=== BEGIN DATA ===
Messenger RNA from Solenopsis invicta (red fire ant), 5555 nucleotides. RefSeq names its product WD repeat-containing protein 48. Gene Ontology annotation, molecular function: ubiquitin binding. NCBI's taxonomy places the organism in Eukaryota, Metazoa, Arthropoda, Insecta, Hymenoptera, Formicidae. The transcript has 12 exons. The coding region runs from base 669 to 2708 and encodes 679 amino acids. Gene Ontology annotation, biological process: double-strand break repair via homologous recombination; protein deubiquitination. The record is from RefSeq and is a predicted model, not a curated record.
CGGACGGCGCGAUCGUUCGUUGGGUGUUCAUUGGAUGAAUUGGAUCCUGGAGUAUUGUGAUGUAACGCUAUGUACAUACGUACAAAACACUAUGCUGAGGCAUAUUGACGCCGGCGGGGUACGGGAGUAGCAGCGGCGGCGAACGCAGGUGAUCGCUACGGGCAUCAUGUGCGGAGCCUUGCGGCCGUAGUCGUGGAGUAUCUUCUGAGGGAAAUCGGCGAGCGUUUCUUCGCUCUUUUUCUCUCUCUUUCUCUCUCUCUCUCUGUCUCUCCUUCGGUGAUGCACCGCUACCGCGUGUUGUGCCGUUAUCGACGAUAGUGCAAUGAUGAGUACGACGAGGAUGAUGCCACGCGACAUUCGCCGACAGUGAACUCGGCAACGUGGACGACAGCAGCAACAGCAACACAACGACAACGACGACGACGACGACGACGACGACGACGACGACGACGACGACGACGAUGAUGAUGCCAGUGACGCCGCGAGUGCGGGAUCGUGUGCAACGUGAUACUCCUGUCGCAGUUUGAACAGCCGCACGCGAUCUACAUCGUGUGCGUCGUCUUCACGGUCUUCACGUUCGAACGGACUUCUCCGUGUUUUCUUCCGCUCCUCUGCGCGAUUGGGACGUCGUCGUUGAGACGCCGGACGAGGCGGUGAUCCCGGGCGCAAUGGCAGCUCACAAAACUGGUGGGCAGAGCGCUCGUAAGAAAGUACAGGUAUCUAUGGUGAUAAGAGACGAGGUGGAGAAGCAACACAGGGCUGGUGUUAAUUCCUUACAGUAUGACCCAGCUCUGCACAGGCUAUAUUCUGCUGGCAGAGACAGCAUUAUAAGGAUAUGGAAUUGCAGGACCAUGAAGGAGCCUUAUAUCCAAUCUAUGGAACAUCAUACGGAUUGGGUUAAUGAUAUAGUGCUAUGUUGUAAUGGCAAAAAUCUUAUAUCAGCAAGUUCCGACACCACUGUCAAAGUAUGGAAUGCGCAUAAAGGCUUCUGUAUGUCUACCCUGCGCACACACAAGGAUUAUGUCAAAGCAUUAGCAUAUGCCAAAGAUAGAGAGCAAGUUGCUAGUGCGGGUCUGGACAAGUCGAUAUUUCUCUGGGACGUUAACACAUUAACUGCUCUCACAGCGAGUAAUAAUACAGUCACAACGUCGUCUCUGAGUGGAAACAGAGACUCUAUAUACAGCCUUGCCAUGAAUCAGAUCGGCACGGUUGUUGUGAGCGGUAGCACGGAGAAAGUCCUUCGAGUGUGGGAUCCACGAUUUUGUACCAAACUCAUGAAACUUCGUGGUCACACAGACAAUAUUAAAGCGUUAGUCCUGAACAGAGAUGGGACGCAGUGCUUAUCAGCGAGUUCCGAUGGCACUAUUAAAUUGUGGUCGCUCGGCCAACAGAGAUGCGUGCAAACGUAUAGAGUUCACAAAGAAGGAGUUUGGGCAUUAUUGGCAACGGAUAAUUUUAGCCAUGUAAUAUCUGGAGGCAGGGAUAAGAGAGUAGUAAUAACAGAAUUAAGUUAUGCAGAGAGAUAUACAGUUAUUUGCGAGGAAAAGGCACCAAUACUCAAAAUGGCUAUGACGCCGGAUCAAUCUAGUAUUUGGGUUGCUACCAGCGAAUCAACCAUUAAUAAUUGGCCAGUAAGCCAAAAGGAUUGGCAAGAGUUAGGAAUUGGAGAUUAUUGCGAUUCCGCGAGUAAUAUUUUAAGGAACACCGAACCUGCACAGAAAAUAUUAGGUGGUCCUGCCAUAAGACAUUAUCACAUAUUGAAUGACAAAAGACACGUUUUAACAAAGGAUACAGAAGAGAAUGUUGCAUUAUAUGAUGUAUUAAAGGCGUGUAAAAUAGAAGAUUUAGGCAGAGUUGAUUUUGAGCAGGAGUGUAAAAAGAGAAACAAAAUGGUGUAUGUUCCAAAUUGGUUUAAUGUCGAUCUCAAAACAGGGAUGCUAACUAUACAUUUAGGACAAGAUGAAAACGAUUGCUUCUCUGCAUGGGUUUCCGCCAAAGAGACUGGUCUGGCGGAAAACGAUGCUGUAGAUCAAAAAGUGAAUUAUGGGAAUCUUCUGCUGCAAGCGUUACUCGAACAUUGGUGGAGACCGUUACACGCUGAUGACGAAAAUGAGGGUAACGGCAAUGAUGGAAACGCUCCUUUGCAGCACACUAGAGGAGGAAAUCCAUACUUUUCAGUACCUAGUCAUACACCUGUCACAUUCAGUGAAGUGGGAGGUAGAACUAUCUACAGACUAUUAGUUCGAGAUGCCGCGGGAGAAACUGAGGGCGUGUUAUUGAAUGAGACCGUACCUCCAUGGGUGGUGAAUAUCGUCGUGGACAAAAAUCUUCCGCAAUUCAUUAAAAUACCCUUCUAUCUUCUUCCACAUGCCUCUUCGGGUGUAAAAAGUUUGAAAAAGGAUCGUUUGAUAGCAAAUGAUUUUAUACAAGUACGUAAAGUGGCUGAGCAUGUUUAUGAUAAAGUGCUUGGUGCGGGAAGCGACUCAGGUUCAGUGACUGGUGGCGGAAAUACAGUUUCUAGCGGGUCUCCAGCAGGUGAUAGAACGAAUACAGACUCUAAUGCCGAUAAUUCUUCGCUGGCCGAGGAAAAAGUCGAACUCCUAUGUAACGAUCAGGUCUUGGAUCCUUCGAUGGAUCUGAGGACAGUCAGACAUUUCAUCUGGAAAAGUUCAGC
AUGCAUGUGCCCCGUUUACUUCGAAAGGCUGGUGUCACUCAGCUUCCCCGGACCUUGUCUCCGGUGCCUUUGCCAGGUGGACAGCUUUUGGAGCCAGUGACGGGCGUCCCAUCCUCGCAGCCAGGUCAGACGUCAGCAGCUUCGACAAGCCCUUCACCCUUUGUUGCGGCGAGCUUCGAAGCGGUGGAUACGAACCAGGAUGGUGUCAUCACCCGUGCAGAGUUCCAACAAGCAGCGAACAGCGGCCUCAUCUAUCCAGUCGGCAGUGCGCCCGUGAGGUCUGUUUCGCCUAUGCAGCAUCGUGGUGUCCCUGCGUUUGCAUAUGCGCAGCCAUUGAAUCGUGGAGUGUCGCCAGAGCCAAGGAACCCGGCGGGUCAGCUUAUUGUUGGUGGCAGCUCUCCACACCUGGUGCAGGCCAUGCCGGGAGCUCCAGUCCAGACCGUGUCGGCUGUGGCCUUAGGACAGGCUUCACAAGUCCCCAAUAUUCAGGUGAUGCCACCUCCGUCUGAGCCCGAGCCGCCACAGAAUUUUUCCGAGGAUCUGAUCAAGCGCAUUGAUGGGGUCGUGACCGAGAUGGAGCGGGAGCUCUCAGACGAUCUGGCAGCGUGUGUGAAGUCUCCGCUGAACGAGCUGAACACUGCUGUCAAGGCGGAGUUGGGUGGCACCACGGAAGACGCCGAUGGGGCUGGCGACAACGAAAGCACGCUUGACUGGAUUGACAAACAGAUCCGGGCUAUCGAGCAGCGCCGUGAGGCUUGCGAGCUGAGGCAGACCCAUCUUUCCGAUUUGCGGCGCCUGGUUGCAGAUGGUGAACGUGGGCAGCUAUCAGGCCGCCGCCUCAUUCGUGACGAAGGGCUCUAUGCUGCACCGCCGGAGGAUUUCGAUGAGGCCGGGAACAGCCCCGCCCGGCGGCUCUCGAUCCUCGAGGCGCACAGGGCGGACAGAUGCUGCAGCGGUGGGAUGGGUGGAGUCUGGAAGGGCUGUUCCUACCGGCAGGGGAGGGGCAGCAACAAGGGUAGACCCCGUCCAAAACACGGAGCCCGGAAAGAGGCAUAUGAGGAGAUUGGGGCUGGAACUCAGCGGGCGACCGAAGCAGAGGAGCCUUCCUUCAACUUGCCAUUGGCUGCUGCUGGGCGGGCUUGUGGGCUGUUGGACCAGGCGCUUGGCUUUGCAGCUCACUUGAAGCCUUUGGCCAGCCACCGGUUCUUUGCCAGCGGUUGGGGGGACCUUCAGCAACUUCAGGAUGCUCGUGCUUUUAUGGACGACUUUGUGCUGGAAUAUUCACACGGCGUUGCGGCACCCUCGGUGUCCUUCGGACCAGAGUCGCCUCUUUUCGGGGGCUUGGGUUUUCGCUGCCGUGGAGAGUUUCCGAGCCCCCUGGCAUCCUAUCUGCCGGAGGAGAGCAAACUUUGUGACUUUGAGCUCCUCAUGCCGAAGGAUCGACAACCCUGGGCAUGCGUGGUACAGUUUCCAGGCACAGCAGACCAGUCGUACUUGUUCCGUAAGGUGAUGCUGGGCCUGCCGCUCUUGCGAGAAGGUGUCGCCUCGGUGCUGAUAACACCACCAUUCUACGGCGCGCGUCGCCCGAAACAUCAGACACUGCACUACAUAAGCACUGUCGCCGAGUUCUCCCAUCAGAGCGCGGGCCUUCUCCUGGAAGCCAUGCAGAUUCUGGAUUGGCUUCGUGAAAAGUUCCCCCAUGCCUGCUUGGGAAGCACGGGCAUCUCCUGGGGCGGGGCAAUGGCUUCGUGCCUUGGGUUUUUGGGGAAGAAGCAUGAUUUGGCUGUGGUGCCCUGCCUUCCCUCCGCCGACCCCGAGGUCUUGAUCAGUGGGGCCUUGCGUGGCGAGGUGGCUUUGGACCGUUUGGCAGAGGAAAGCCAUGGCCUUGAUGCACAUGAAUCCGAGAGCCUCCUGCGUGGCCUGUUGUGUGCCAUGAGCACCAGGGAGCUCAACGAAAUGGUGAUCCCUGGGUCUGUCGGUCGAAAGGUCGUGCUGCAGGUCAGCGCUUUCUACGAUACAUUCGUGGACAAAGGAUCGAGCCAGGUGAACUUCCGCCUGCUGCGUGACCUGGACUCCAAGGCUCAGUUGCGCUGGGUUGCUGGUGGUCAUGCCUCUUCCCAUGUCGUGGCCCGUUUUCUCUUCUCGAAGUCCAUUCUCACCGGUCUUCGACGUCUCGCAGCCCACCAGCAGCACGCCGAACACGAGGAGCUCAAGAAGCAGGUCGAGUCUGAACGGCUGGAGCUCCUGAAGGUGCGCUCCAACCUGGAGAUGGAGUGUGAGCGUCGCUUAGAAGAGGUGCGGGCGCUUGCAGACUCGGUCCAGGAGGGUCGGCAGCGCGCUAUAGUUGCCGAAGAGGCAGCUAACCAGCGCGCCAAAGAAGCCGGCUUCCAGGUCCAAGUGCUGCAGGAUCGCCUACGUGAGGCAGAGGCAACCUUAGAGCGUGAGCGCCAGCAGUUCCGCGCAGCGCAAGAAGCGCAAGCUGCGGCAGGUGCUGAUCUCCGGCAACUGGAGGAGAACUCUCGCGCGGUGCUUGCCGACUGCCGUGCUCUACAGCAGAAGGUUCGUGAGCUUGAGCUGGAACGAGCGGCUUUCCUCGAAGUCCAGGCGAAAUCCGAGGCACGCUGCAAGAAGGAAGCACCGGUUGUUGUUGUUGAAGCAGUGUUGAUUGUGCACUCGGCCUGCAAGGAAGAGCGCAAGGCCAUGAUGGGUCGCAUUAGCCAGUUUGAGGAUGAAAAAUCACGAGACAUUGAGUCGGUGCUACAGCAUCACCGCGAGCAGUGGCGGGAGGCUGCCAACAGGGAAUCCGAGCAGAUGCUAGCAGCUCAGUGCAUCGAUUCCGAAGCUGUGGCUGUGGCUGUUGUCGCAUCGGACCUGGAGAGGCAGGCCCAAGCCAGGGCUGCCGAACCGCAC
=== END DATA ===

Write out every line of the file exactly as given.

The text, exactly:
Messenger RNA from Solenopsis invicta (red fire ant), 5555 nucleotides. RefSeq names its product WD repeat-containing protein 48. Gene Ontology annotation, molecular function: ubiquitin binding. NCBI's taxonomy places the organism in Eukaryota, Metazoa, Arthropoda, Insecta, Hymenoptera, Formicidae. The transcript has 12 exons. The coding region runs from base 669 to 2708 and encodes 679 amino acids. Gene Ontology annotation, biological process: double-strand break repair via homologous recombination; protein deubiquitination. The record is from RefSeq and is a predicted model, not a curated record.
CGGACGGCGCGAUCGUUCGUUGGGUGUUCAUUGGAUGAAUUGGAUCCUGGAGUAUUGUGAUGUAACGCUAUGUACAUACGUACAAAACACUAUGCUGAGGCAUAUUGACGCCGGCGGGGUACGGGAGUAGCAGCGGCGGCGAACGCAGGUGAUCGCUACGGGCAUCAUGUGCGGAGCCUUGCGGCCGUAGUCGUGGAGUAUCUUCUGAGGGAAAUCGGCGAGCGUUUCUUCGCUCUUUUUCUCUCUCUUUCUCUCUCUCUCUCUGUCUCUCCUUCGGUGAUGCACCGCUACCGCGUGUUGUGCCGUUAUCGACGAUAGUGCAAUGAUGAGUACGACGAGGAUGAUGCCACGCGACAUUCGCCGACAGUGAACUCGGCAACGUGGACGACAGCAGCAACAGCAACACAACGACAACGACGACGACGACGACGACGACGACGACGACGACGACGACGACGACGAUGAUGAUGCCAGUGACGCCGCGAGUGCGGGAUCGUGUGCAACGUGAUACUCCUGUCGCAGUUUGAACAGCCGCACGCGAUCUACAUCGUGUGCGUCGUCUUCACGGUCUUCACGUUCGAACGGACUUCUCCGUGUUUUCUUCCGCUCCUCUGCGCGAUUGGGACGUCGUCGUUGAGACGCCGGACGAGGCGGUGAUCCCGGGCGCAAUGGCAGCUCACAAAACUGGUGGGCAGAGCGCUCGUAAGAAAGUACAGGUAUCUAUGGUGAUAAGAGACGAGGUGGAGAAGCAACACAGGGCUGGUGUUAAUUCCUUACAGUAUGACCCAGCUCUGCACAGGCUAUAUUCUGCUGGCAGAGACAGCAUUAUAAGGAUAUGGAAUUGCAGGACCAUGAAGGAGCCUUAUAUCCAAUCUAUGGAACAUCAUACGGAUUGGGUUAAUGAUAUAGUGCUAUGUUGUAAUGGCAAAAAUCUUAUAUCAGCAAGUUCCGACACCACUGUCAAAGUAUGGAAUGCGCAUAAAGGCUUCUGUAUGUCUACCCUGCGCACACACAAGGAUUAUGUCAAAGCAUUAGCAUAUGCCAAAGAUAGAGAGCAAGUUGCUAGUGCGGGUCUGGACAAGUCGAUAUUUCUCUGGGACGUUAACACAUUAACUGCUCUCACAGCGAGUAAUAAUACAGUCACAACGUCGUCUCUGAGUGGAAACAGAGACUCUAUAUACAGCCUUGCCAUGAAUCAGAUCGGCACGGUUGUUGUGAGCGGUAGCACGGAGAAAGUCCUUCGAGUGUGGGAUCCACGAUUUUGUACCAAACUCAUGAAACUUCGUGGUCACACAGACAAUAUUAAAGCGUUAGUCCUGAACAGAGAUGGGACGCAGUGCUUAUCAGCGAGUUCCGAUGGCACUAUUAAAUUGUGGUCGCUCGGCCAACAGAGAUGCGUGCAAACGUAUAGAGUUCACAAAGAAGGAGUUUGGGCAUUAUUGGCAACGGAUAAUUUUAGCCAUGUAAUAUCUGGAGGCAGGGAUAAGAGAGUAGUAAUAACAGAAUUAAGUUAUGCAGAGAGAUAUACAGUUAUUUGCGAGGAAAAGGCACCAAUACUCAAAAUGGCUAUGACGCCGGAUCAAUCUAGUAUUUGGGUUGCUACCAGCGAAUCAACCAUUAAUAAUUGGCCAGUAAGCCAAAAGGAUUGGCAAGAGUUAGGAAUUGGAGAUUAUUGCGAUUCCGCGAGUAAUAUUUUAAGGAACACCGAACCUGCACAGAAAAUAUUAGGUGGUCCUGCCAUAAGACAUUAUCACAUAUUGAAUGACAAAAGACACGUUUUAACAAAGGAUACAGAAGAGAAUGUUGCAUUAUAUGAUGUAUUAAAGGCGUGUAAAAUAGAAGAUUUAGGCAGAGUUGAUUUUGAGCAGGAGUGUAAAAAGAGAAACAAAAUGGUGUAUGUUCCAAAUUGGUUUAAUGUCGAUCUCAAAACAGGGAUGCUAACUAUACAUUUAGGACAAGAUGAAAACGAUUGCUUCUCUGCAUGGGUUUCCGCCAAAGAGACUGGUCUGGCGGAAAACGAUGCUGUAGAUCAAAAAGUGAAUUAUGGGAAUCUUCUGCUGCAAGCGUUACUCGAACAUUGGUGGAGACCGUUACACGCUGAUGACGAAAAUGAGGGUAACGGCAAUGAUGGAAACGCUCCUUUGCAGCACACUAGAGGAGGAAAUCCAUACUUUUCAGUACCUAGUCAUACACCUGUCACAUUCAGUGAAGUGGGAGGUAGAACUAUCUACAGACUAUUAGUUCGAGAUGCCGCGGGAGAAACUGAGGGCGUGUUAUUGAAUGAGACCGUACCUCCAUGGGUGGUGAAUAUCGUCGUGGACAAAAAUCUUCCGCAAUUCAUUAAAAUACCCUUCUAUCUUCUUCCACAUGCCUCUUCGGGUGUAAAAAGUUUGAAAAAGGAUCGUUUGAUAGCAAAUGAUUUUAUACAAGUACGUAAAGUGGCUGAGCAUGUUUAUGAUAAAGUGCUUGGUGCGGGAAGCGACUCAGGUUCAGUGACUGGUGGCGGAAAUACAGUUUCUAGCGGGUCUCCAGCAGGUGAUAGAACGAAUACAGACUCUAAUGCCGAUAAUUCUUCGCUGGCCGAGGAAAAAGUCGAACUCCUAUGUAACGAUCAGGUCUUGGAUCCUUCGAUGGAUCUGAGGACAGUCAGACAUUUCAUCUGGAAAAGUUCAGC
AUGCAUGUGCCCCGUUUACUUCGAAAGGCUGGUGUCACUCAGCUUCCCCGGACCUUGUCUCCGGUGCCUUUGCCAGGUGGACAGCUUUUGGAGCCAGUGACGGGCGUCCCAUCCUCGCAGCCAGGUCAGACGUCAGCAGCUUCGACAAGCCCUUCACCCUUUGUUGCGGCGAGCUUCGAAGCGGUGGAUACGAACCAGGAUGGUGUCAUCACCCGUGCAGAGUUCCAACAAGCAGCGAACAGCGGCCUCAUCUAUCCAGUCGGCAGUGCGCCCGUGAGGUCUGUUUCGCCUAUGCAGCAUCGUGGUGUCCCUGCGUUUGCAUAUGCGCAGCCAUUGAAUCGUGGAGUGUCGCCAGAGCCAAGGAACCCGGCGGGUCAGCUUAUUGUUGGUGGCAGCUCUCCACACCUGGUGCAGGCCAUGCCGGGAGCUCCAGUCCAGACCGUGUCGGCUGUGGCCUUAGGACAGGCUUCACAAGUCCCCAAUAUUCAGGUGAUGCCACCUCCGUCUGAGCCCGAGCCGCCACAGAAUUUUUCCGAGGAUCUGAUCAAGCGCAUUGAUGGGGUCGUGACCGAGAUGGAGCGGGAGCUCUCAGACGAUCUGGCAGCGUGUGUGAAGUCUCCGCUGAACGAGCUGAACACUGCUGUCAAGGCGGAGUUGGGUGGCACCACGGAAGACGCCGAUGGGGCUGGCGACAACGAAAGCACGCUUGACUGGAUUGACAAACAGAUCCGGGCUAUCGAGCAGCGCCGUGAGGCUUGCGAGCUGAGGCAGACCCAUCUUUCCGAUUUGCGGCGCCUGGUUGCAGAUGGUGAACGUGGGCAGCUAUCAGGCCGCCGCCUCAUUCGUGACGAAGGGCUCUAUGCUGCACCGCCGGAGGAUUUCGAUGAGGCCGGGAACAGCCCCGCCCGGCGGCUCUCGAUCCUCGAGGCGCACAGGGCGGACAGAUGCUGCAGCGGUGGGAUGGGUGGAGUCUGGAAGGGCUGUUCCUACCGGCAGGGGAGGGGCAGCAACAAGGGUAGACCCCGUCCAAAACACGGAGCCCGGAAAGAGGCAUAUGAGGAGAUUGGGGCUGGAACUCAGCGGGCGACCGAAGCAGAGGAGCCUUCCUUCAACUUGCCAUUGGCUGCUGCUGGGCGGGCUUGUGGGCUGUUGGACCAGGCGCUUGGCUUUGCAGCUCACUUGAAGCCUUUGGCCAGCCACCGGUUCUUUGCCAGCGGUUGGGGGGACCUUCAGCAACUUCAGGAUGCUCGUGCUUUUAUGGACGACUUUGUGCUGGAAUAUUCACACGGCGUUGCGGCACCCUCGGUGUCCUUCGGACCAGAGUCGCCUCUUUUCGGGGGCUUGGGUUUUCGCUGCCGUGGAGAGUUUCCGAGCCCCCUGGCAUCCUAUCUGCCGGAGGAGAGCAAACUUUGUGACUUUGAGCUCCUCAUGCCGAAGGAUCGACAACCCUGGGCAUGCGUGGUACAGUUUCCAGGCACAGCAGACCAGUCGUACUUGUUCCGUAAGGUGAUGCUGGGCCUGCCGCUCUUGCGAGAAGGUGUCGCCUCGGUGCUGAUAACACCACCAUUCUACGGCGCGCGUCGCCCGAAACAUCAGACACUGCACUACAUAAGCACUGUCGCCGAGUUCUCCCAUCAGAGCGCGGGCCUUCUCCUGGAAGCCAUGCAGAUUCUGGAUUGGCUUCGUGAAAAGUUCCCCCAUGCCUGCUUGGGAAGCACGGGCAUCUCCUGGGGCGGGGCAAUGGCUUCGUGCCUUGGGUUUUUGGGGAAGAAGCAUGAUUUGGCUGUGGUGCCCUGCCUUCCCUCCGCCGACCCCGAGGUCUUGAUCAGUGGGGCCUUGCGUGGCGAGGUGGCUUUGGACCGUUUGGCAGAGGAAAGCCAUGGCCUUGAUGCACAUGAAUCCGAGAGCCUCCUGCGUGGCCUGUUGUGUGCCAUGAGCACCAGGGAGCUCAACGAAAUGGUGAUCCCUGGGUCUGUCGGUCGAAAGGUCGUGCUGCAGGUCAGCGCUUUCUACGAUACAUUCGUGGACAAAGGAUCGAGCCAGGUGAACUUCCGCCUGCUGCGUGACCUGGACUCCAAGGCUCAGUUGCGCUGGGUUGCUGGUGGUCAUGCCUCUUCCCAUGUCGUGGCCCGUUUUCUCUUCUCGAAGUCCAUUCUCACCGGUCUUCGACGUCUCGCAGCCCACCAGCAGCACGCCGAACACGAGGAGCUCAAGAAGCAGGUCGAGUCUGAACGGCUGGAGCUCCUGAAGGUGCGCUCCAACCUGGAGAUGGAGUGUGAGCGUCGCUUAGAAGAGGUGCGGGCGCUUGCAGACUCGGUCCAGGAGGGUCGGCAGCGCGCUAUAGUUGCCGAAGAGGCAGCUAACCAGCGCGCCAAAGAAGCCGGCUUCCAGGUCCAAGUGCUGCAGGAUCGCCUACGUGAGGCAGAGGCAACCUUAGAGCGUGAGCGCCAGCAGUUCCGCGCAGCGCAAGAAGCGCAAGCUGCGGCAGGUGCUGAUCUCCGGCAACUGGAGGAGAACUCUCGCGCGGUGCUUGCCGACUGCCGUGCUCUACAGCAGAAGGUUCGUGAGCUUGAGCUGGAACGAGCGGCUUUCCUCGAAGUCCAGGCGAAAUCCGAGGCACGCUGCAAGAAGGAAGCACCGGUUGUUGUUGUUGAAGCAGUGUUGAUUGUGCACUCGGCCUGCAAGGAAGAGCGCAAGGCCAUGAUGGGUCGCAUUAGCCAGUUUGAGGAUGAAAAAUCACGAGACAUUGAGUCGGUGCUACAGCAUCACCGCGAGCAGUGGCGGGAGGCUGCCAACAGGGAAUCCGAGCAGAUGCUAGCAGCUCAGUGCAUCGAUUCCGAAGCUGUGGCUGUGGCUGUUGUCGCAUCGGACCUGGAGAGGCAGGCCCAAGCCAGGGCUGCCGAACCGCAC